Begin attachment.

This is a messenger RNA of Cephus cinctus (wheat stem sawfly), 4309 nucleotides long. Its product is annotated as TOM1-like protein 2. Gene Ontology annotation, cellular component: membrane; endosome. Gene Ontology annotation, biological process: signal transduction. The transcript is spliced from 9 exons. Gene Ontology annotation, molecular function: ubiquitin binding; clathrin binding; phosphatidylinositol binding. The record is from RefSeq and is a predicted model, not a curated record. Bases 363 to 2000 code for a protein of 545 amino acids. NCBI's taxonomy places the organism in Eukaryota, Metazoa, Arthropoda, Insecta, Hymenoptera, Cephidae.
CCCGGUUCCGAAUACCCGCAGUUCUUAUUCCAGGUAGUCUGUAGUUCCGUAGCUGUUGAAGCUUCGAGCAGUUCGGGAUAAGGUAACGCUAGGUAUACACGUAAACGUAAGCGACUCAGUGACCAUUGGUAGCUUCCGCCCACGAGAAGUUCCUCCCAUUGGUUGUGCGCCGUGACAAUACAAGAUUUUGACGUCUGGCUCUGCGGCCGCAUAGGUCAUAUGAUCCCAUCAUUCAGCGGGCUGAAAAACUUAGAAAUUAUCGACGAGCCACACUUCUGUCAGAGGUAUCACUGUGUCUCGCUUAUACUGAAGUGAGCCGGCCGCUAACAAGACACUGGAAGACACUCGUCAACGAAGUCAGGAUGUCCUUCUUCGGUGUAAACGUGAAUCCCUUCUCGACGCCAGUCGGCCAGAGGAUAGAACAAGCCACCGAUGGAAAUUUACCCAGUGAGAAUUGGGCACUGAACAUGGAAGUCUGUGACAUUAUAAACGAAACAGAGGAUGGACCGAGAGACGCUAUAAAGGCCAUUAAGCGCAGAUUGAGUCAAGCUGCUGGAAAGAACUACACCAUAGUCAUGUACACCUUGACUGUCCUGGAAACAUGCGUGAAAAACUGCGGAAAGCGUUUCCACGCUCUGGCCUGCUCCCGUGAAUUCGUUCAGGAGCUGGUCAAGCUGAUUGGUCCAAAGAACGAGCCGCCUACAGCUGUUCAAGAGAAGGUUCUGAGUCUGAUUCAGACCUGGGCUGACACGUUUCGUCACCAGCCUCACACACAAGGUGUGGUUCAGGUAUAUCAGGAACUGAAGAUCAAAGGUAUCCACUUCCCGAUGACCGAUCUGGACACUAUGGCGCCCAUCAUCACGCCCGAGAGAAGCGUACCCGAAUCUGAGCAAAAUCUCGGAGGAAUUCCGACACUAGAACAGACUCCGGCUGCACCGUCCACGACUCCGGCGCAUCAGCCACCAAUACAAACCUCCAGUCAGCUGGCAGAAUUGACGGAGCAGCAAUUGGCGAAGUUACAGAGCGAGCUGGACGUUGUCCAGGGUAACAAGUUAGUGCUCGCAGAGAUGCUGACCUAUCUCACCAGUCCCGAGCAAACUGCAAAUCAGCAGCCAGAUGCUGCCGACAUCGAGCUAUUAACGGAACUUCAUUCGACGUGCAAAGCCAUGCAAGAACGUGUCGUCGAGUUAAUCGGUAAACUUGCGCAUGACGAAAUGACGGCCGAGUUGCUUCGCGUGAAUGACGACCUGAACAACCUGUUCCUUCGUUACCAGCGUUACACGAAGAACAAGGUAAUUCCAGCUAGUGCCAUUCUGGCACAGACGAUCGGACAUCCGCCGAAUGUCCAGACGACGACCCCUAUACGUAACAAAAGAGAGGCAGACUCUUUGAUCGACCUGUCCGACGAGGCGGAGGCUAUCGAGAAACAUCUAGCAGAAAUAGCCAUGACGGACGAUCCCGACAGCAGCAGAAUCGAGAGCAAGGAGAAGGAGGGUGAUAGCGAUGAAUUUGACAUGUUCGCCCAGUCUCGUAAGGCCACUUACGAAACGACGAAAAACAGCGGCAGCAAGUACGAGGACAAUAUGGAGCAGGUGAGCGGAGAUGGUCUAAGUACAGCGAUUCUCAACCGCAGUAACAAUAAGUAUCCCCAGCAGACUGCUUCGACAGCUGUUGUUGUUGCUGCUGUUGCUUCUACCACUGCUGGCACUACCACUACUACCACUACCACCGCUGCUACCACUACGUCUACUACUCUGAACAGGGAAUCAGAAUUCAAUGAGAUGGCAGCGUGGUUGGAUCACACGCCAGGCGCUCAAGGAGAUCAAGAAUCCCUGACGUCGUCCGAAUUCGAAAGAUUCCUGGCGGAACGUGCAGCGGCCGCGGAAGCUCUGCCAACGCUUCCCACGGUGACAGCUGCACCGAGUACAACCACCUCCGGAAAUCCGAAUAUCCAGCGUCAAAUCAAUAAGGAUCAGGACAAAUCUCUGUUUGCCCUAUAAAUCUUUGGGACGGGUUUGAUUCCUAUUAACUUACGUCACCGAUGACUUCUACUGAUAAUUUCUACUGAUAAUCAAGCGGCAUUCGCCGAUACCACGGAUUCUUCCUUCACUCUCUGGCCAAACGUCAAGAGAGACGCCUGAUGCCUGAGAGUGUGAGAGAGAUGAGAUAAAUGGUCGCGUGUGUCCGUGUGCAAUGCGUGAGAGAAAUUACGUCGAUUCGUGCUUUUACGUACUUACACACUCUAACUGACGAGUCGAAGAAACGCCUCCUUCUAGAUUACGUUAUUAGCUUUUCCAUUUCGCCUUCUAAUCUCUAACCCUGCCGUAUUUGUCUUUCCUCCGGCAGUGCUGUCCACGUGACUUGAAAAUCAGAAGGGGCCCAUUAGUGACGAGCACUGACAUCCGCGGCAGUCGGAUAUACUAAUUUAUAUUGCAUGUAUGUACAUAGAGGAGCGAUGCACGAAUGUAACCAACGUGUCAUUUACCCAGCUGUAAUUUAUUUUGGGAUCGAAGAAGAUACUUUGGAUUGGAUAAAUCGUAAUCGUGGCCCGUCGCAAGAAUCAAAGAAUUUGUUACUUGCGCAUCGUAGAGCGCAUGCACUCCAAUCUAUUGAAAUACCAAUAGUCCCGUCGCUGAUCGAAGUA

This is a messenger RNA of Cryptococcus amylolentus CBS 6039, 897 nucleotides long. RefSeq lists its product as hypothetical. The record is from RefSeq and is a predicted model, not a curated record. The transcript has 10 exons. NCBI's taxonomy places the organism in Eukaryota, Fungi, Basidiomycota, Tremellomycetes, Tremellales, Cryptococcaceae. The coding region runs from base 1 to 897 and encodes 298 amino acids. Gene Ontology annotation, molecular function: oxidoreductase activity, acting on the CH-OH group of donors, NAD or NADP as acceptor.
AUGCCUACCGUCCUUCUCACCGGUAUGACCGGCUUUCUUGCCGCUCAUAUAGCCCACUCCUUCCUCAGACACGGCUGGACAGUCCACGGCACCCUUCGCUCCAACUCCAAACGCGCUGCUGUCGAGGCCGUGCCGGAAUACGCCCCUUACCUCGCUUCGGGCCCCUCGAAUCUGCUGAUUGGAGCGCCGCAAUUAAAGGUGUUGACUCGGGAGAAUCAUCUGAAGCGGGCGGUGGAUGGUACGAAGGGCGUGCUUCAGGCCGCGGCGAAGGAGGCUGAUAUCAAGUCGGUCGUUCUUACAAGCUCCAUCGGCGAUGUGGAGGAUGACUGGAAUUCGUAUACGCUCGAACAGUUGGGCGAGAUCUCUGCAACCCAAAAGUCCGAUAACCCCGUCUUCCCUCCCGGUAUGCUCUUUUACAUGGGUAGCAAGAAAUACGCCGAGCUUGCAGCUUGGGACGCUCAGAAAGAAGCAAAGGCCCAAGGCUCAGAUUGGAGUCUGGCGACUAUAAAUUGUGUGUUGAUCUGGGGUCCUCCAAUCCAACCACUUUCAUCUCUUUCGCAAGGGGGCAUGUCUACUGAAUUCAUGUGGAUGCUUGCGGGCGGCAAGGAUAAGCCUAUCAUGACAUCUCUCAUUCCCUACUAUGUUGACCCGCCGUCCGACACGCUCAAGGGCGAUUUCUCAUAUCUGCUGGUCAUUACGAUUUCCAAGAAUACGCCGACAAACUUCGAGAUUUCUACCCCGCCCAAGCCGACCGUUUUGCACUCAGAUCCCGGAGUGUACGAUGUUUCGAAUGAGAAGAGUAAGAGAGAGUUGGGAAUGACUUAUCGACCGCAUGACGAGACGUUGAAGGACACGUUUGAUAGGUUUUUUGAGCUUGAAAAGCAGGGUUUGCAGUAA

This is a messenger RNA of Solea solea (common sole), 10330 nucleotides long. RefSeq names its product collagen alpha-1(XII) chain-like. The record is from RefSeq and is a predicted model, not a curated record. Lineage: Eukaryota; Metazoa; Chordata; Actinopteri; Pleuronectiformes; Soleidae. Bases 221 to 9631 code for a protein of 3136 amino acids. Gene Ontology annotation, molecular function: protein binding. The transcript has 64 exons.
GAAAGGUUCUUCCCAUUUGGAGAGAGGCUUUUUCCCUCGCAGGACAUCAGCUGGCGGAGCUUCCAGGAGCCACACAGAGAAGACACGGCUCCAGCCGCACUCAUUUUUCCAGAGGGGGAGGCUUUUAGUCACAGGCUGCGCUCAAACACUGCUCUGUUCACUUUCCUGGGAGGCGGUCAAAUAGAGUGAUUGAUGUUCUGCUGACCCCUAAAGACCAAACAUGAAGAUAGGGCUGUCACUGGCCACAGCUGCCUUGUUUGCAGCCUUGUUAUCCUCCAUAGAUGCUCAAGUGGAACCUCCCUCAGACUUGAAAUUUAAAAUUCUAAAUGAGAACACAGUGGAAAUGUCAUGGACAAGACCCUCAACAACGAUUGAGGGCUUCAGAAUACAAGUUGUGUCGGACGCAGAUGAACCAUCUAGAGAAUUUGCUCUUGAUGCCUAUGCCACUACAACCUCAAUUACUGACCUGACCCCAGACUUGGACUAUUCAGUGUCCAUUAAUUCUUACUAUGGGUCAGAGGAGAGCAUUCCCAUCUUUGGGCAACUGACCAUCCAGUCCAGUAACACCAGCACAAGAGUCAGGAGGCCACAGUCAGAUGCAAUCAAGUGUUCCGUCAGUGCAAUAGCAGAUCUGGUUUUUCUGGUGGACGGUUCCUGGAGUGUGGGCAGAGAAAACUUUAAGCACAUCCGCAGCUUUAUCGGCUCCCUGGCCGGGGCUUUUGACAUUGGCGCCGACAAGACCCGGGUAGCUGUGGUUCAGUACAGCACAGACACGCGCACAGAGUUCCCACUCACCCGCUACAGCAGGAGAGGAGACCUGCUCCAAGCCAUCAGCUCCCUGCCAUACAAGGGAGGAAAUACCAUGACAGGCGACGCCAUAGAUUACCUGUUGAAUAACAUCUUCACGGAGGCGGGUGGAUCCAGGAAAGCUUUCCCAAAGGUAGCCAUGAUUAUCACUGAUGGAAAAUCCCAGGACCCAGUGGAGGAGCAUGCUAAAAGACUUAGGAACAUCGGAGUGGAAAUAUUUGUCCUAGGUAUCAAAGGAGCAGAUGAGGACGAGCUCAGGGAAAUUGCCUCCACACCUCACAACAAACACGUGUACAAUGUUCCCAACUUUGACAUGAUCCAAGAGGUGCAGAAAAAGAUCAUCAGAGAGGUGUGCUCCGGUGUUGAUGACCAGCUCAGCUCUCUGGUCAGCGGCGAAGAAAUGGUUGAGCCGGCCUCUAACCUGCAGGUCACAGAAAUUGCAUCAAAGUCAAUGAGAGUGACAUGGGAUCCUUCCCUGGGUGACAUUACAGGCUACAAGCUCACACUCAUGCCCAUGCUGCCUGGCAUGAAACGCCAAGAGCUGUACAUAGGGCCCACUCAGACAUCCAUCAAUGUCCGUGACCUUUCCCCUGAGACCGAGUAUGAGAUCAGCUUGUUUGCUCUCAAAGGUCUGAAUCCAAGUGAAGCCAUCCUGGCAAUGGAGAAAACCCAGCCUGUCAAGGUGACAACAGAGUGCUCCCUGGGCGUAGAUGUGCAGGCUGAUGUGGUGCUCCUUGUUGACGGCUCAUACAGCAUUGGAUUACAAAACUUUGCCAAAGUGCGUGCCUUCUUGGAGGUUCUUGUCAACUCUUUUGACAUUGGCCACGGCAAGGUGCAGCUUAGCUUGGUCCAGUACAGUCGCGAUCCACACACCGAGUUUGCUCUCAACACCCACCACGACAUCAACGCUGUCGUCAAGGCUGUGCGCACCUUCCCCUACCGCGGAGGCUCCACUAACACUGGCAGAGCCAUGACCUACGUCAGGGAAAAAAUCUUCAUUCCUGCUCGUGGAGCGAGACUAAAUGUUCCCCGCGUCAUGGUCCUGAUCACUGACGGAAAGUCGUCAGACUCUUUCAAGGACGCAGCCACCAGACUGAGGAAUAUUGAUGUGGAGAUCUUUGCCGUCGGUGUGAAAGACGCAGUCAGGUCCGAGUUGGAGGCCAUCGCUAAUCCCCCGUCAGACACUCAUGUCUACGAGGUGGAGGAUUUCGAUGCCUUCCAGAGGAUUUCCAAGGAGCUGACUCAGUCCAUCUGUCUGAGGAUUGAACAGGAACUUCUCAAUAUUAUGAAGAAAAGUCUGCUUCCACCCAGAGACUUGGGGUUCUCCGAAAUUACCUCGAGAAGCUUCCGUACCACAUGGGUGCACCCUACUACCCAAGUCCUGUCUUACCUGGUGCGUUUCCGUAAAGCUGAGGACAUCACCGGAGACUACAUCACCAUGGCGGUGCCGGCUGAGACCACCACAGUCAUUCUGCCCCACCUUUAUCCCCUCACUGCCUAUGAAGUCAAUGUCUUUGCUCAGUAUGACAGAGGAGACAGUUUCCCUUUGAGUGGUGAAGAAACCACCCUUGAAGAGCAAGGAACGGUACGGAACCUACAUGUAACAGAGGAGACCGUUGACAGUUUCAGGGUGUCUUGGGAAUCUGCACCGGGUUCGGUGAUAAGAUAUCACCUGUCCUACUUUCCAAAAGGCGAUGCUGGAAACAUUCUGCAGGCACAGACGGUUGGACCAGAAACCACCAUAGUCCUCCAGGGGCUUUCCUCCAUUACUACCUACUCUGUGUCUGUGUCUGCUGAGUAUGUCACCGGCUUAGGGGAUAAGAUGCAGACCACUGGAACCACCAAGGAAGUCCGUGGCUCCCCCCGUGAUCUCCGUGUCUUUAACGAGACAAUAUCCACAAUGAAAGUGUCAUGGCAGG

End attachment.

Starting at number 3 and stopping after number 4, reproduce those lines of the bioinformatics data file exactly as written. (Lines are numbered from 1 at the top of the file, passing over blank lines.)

This is a messenger RNA of Cryptococcus amylolentus CBS 6039, 897 nucleotides long. RefSeq lists its product as hypothetical. The record is from RefSeq and is a predicted model, not a curated record. The transcript has 10 exons. NCBI's taxonomy places the organism in Eukaryota, Fungi, Basidiomycota, Tremellomycetes, Tremellales, Cryptococcaceae. The coding region runs from base 1 to 897 and encodes 298 amino acids. Gene Ontology annotation, molecular function: oxidoreductase activity, acting on the CH-OH group of donors, NAD or NADP as acceptor.
AUGCCUACCGUCCUUCUCACCGGUAUGACCGGCUUUCUUGCCGCUCAUAUAGCCCACUCCUUCCUCAGACACGGCUGGACAGUCCACGGCACCCUUCGCUCCAACUCCAAACGCGCUGCUGUCGAGGCCGUGCCGGAAUACGCCCCUUACCUCGCUUCGGGCCCCUCGAAUCUGCUGAUUGGAGCGCCGCAAUUAAAGGUGUUGACUCGGGAGAAUCAUCUGAAGCGGGCGGUGGAUGGUACGAAGGGCGUGCUUCAGGCCGCGGCGAAGGAGGCUGAUAUCAAGUCGGUCGUUCUUACAAGCUCCAUCGGCGAUGUGGAGGAUGACUGGAAUUCGUAUACGCUCGAACAGUUGGGCGAGAUCUCUGCAACCCAAAAGUCCGAUAACCCCGUCUUCCCUCCCGGUAUGCUCUUUUACAUGGGUAGCAAGAAAUACGCCGAGCUUGCAGCUUGGGACGCUCAGAAAGAAGCAAAGGCCCAAGGCUCAGAUUGGAGUCUGGCGACUAUAAAUUGUGUGUUGAUCUGGGGUCCUCCAAUCCAACCACUUUCAUCUCUUUCGCAAGGGGGCAUGUCUACUGAAUUCAUGUGGAUGCUUGCGGGCGGCAAGGAUAAGCCUAUCAUGACAUCUCUCAUUCCCUACUAUGUUGACCCGCCGUCCGACACGCUCAAGGGCGAUUUCUCAUAUCUGCUGGUCAUUACGAUUUCCAAGAAUACGCCGACAAACUUCGAGAUUUCUACCCCGCCCAAGCCGACCGUUUUGCACUCAGAUCCCGGAGUGUACGAUGUUUCGAAUGAGAAGAGUAAGAGAGAGUUGGGAAUGACUUAUCGACCGCAUGACGAGACGUUGAAGGACACGUUUGAUAGGUUUUUUGAGCUUGAAAAGCAGGGUUUGCAGUAA